Chloë Goes Back to School

Who’s the Boss?

Back when Mike was in college (shortly after the Civil War, I assume), he was NEVER considered a BMOC (Big Man On Campus).  I, on the other hand, have been a BDOC (Big Dachshund on Campus) since my youth. Not only was I the top dog in my puppy classes at the Ahimsa Academy, but all of the other dogs in my classes, all of their owners, and, most importantly, all of the dog trainers and all of the dog trainers’ assistants knew me by name. And that’s an important element in securing the kind of first-rate service I require.

Ahimsa entrance: They train champions.

My recent Introduction to Nose Work class was no exception: Once again, by the time my six sessions ended, it was again clear that I was the best student there. Nose work is in my genes.

In nose work, dogs find a target  by following a scent.  This course  introduces dogs and their owners to the foundation skills needed to excel at finding things on cue using their nose. “The cool part about nose work is that you and your dog can do it anywhere – on walks, in the yard, in the house,” the Ahimsa website says. “There’s not a lot of gear, as there is with agility, and it doesn’t take a lot of space, like tracking does. It’s great for older dogs, puppies that have finished kindergarten, dogs with joint problems that can no longer run agility and even reactive dogs. It’s not just for particular breeds, either. No matter how big or small or smush-faced, your dog can do nose work.”

Poised to find it.

I had an advantage, however. As a hound, that’s what I’ve been bred for, and, as my many forays into many thickets will attest, I exhibit this trait in earnest. My nose is my calling card. I’m a dachshund Paladin: Have Nose, Will Travel…Wire Chloë Seattle.

Strategy session.

My nose class met in the Ahimsa annex, across the street from my earlier Ahimsa classrooms. On the outside, the annex looked like any one of the many auto body shops and metal fabricators in the neighborhood. But inside, it’s a great space: large and open like a gym, with a cushy floor. It would be big enough for the Seattle Sonics to shoot baskets there, if there were Sonics.

In this class I didn’t get to interact as much with other dogs. All of our exercises had to be done one at a time, and when it wasn’t my turn I was either practicing off in a corner or in a strict down/ stay. Which pretty much meant that whether I was working or whether I was resting, I was getting lots of treats for doing the right thing. And getting treats is what really counts.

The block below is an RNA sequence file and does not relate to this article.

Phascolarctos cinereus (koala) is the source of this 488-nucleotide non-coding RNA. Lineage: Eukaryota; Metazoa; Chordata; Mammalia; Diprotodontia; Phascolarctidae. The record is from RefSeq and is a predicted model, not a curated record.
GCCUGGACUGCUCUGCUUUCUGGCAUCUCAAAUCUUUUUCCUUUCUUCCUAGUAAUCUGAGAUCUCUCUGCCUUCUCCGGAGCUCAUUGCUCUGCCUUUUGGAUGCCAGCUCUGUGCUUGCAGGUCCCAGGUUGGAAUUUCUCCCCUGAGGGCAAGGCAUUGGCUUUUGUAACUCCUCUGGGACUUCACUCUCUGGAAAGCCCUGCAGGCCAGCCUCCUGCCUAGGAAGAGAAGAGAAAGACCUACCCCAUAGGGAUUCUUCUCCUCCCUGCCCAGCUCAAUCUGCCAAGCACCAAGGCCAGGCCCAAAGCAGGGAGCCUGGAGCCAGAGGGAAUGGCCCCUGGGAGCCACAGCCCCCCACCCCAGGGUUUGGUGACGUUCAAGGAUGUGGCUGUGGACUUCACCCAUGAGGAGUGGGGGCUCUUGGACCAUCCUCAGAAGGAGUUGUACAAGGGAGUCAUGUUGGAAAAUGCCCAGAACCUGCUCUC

Chloe gets a treat after she finds it.

First I leaned to follow a scent…using treats, of course. First the treat went into a small box, and when I stuck my nose in the box I could eat the treat. Then it got harder; two or three boxes, turned over boxes, boxes on chairs. Then they put the treats into small containers with holes in the top, like a large pepper shaker. Then they closed the top of the containers, and then increased the number of boxes. No problem. Every time Mike told me to “Find It,” I did, and I got  several pieces of cheese every time.

Between classes, we practiced.  Mike hid containers in the house, in the yard and in the park. I found them and got the cheese inside. Then I learned how to find a specific scent (birch) instead of merely following food smells. I caught on quickly; I still got cheese at the end even it if wasn’t inside the container. After a lot of repetition and cajoling, I even figured out that I had to put my paw on the container  instead of just touching it with my nose. First I thought this was superfluous, but eventually I learned to do it emphatically, my version of spiking the football after a touchdown. Yeah, baby, I found it! Where’s the treat?

Chloë checks out the agility riser during recess.

I also wanted to give an official blog shout out here for instructors Adriane and Tamara for successfully training Mike and Heather to keep up their part of this new game. I could tell that it was touch and go at first for Mike, but now he’s getting better at it. I’ll make him stick with it, too.

Next up in the curriculum is Nose Work 2: Intro to Odor (love that name!), in which dogs learn to search for particular scents, starting with the birch essential oil that I’ve already been working with and moving on to others (might I suggest eau de rabbit, my favorite scent?). The class is also supposed to develop my drive to search (as if mine needs to be developed any further) and build teamwork with my masters. No doubt Mike and Heather can benefit from that.  After all, as they learned long ago, “Suous cultores scientia coronat – knowledge crowns those who seek her.”¹.

¹Motto of Syracuse University
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